YoYo Games’ plan to inspire a whole new generation of game devs

The last time we talked to YoYo Games was in April, one year after the launch of GameMaker Studio 2 (GMS 2), and CEO James Cox told us the firm had “another laundry list of features” that were not public yet.

He certainly wasn’t lying, as in the following six months YoYo Games unveiled its publishing division, launched the Switch license open beta and announced its new Sequences feature.

“Last year was our most successful ever,” senior marketing manager Andrew Turner tells MCV. “GameMaker Studio 2, because it’s an entirely new codebase, allows us to do more things than we were able to do with GameMaker Studio 1. As a consequence we’ve introduced a lot of new things that we weren’t able to previously do.”

The Switch license, which was unveiled as an open beta in early August (the full version released earlier this October) has been very well received and YoYo Games has seen an increase in people signing up for GameMaker since the announcement.

“There’s been a definite interest from the indie community in switching [to GameMaker] now we have all three major consoles. No question at all,” Cox says, with Turner adding: “We’ve heard of people that we approved for the Switch open beta actually having a game running on a Switch device within a couple of hours so it’s been really good. The feedback loop we had seen on social media has been really appreciative of the stability of it and the capability of the export that we have.”

On top of “being able to sell more copies of GameMaker,” Cox sees a lot of opportunities in finally having the Switch license.

“I think one of the big things is the stories that come out of it,” he says. “Developers who’ve been working on their passion projects – many of them are Nintendo fans and they want to get their passion project onto a Nintendo Switch. Stepping into another engine might be too big a step for them or getting someone else to port it might be too big, so now that we’ve completed our side of the bargain so to speak, they can do this so much more easily.

“I think it’s somewhat aspirational as well particularly for those who are using it in schools. We do stuff at universities and colleges but we do stuff at schools as well. So with 11, 12-year olds. A lot of them are still very much in the Nintendo bracket. And so they start using GameMaker at school after they’ve come off Scratch and in the back of their mind it’s like: ‘Oh, maybe one day I can put my game on to a Switch’. I think that’s almost an emotional feeling. It’s obviously business as well, for all of us concerned, but it’s an important feeling as well.”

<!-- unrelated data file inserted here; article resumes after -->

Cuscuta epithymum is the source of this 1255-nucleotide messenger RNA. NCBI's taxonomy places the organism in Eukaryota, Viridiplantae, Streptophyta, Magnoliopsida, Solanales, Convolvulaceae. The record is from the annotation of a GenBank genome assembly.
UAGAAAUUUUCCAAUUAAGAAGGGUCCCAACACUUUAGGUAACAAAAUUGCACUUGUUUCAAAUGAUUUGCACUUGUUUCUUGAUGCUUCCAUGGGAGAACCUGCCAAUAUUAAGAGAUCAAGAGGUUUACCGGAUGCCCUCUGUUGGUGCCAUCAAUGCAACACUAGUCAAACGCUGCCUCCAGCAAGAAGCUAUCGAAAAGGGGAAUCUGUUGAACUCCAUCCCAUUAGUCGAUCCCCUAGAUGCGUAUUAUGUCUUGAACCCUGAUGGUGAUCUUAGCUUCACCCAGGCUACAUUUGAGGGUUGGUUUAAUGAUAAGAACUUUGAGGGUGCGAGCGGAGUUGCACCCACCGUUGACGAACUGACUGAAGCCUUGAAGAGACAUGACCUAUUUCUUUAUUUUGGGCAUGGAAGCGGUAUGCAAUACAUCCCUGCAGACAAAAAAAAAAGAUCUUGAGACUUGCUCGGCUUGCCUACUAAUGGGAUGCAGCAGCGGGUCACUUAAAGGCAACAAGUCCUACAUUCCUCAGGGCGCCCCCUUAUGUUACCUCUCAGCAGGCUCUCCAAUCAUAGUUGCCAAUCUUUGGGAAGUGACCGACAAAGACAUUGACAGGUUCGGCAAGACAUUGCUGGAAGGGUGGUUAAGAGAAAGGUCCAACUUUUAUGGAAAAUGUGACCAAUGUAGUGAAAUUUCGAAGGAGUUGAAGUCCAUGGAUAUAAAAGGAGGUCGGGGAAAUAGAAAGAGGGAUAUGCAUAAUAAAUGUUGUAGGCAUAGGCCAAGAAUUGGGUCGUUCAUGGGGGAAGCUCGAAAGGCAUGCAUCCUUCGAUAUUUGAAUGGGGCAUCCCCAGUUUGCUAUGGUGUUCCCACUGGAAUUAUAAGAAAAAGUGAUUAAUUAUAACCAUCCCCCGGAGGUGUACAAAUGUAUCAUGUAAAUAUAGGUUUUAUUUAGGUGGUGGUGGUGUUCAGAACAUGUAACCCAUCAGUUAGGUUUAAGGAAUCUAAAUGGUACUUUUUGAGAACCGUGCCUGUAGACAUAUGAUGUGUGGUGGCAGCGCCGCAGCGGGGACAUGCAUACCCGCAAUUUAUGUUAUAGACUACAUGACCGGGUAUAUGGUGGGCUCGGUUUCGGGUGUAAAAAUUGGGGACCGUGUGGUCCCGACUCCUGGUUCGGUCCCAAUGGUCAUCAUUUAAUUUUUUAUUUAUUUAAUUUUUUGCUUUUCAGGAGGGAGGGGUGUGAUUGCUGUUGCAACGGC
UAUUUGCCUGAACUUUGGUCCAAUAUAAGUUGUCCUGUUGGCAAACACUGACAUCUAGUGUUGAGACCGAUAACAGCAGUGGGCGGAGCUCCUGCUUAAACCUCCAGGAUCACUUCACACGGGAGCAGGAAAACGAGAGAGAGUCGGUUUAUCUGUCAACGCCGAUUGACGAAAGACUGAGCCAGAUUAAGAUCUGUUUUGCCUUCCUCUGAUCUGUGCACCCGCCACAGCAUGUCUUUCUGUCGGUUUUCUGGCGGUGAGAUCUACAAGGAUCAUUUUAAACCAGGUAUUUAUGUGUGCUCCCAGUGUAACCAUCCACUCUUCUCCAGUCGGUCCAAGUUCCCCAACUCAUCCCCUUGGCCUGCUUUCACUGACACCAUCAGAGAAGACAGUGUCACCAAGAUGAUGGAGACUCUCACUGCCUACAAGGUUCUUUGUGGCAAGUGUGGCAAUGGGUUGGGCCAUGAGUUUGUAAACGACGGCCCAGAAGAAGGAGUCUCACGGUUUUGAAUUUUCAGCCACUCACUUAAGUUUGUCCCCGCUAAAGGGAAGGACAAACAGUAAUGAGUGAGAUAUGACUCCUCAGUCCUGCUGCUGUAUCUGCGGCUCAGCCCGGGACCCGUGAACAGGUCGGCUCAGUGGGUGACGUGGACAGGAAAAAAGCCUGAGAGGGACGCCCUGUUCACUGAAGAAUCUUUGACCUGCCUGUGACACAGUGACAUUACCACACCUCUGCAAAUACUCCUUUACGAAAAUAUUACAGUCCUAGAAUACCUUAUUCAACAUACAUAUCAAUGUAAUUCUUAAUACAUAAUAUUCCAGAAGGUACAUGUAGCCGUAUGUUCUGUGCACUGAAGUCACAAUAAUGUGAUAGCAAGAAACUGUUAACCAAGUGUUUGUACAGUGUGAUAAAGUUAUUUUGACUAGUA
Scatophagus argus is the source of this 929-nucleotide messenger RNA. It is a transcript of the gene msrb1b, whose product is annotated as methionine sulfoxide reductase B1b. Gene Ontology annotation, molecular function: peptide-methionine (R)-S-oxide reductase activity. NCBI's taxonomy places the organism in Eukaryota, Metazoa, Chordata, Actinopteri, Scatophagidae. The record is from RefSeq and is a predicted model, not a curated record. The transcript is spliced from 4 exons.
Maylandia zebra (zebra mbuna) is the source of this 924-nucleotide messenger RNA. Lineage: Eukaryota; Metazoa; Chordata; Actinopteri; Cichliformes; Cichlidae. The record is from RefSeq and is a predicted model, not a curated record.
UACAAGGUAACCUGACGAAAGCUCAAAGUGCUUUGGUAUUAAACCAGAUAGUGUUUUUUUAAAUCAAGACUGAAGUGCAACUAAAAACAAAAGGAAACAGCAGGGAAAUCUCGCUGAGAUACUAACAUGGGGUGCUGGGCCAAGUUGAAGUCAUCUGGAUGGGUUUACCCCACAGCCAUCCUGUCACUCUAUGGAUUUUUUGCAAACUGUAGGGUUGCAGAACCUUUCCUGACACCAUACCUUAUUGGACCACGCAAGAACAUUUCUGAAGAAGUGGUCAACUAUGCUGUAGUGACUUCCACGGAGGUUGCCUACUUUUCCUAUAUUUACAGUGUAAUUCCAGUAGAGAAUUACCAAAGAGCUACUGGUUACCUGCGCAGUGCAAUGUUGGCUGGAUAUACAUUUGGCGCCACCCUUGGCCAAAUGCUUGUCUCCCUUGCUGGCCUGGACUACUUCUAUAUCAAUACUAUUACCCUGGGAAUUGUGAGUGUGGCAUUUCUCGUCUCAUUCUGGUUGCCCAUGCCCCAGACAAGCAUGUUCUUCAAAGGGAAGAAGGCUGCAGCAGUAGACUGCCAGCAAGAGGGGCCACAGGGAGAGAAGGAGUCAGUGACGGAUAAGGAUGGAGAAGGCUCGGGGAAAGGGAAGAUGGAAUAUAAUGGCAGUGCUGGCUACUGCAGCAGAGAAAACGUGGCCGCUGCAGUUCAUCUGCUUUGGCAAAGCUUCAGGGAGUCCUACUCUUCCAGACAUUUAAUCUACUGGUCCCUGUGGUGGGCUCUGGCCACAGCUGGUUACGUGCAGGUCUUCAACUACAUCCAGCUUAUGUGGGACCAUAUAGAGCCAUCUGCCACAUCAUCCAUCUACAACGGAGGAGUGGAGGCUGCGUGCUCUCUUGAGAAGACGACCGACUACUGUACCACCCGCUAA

We chat a bit more about the work YoYo Games does in schools, which would deserve an article in itself, with Turner saying: “We’re very much about creating game makers.” Which leads us to talk about Sequences, GMS 2’s new feature that will make game creation even easier, allowing artists to manipulate pixel graphics to add motion, without needing any expertise.

CTO Russell Kay takes over to explain the new feature in more details: “This is a technology we’re working on internally that we’re starting to show to our larger developers. In GameMaker traditionally all the graphics and all the things that we see on screen come from pixel art. And that’s great, it’s allowed for so many fantastic games to be made. But it is tricky actually manipulating these things, you need quite skilled people. What we’ve added here is the ability to take graphics and add extra life to them without having to go and change every pixel that you actually want to move around.

“So you can put together motions and animations and you can actually animate anything. And the whole point is it’s an easy to use tool that artists can use. You don’t have to be very technical to actually go and do this. It should be familiar to a lot people, people that we show it to immediately go: ‘Oh yeah it’s like Premiere’. But what you’re actually doing here is manipulating this sort of GamerMaker art data in the background and it gives a very powerful tool for being able to layer different things on top of each other.”

Kay shows us a few example, a ghost moving around, a heart rotating on itself – simple elements but having motion instantly adds a bit of extra life to them.

“We want to be able to layer those on top of each other,” Kay continues. “We’ve added the ability for you to embed each of those and to enlarge the animation so you could start to see how you could put together a game with this. And the next step that we’re doing is allowing you to add logic to all this, so you’ll actually be able to add code. That way if this thing for instance gets triggered here, then this thing will happen, which triggers that thing and animation across layers. You get variations very quickly within levels, very simply.”

Cox is keen to emphasise that no code is needed at its simplest level. He adds that YoYo Games is looking to next year for a full release of Sequences, with Kay saying the team wants to do “a lot of testing with the userbase.” A closed alpha and then a beta are planned before the full release.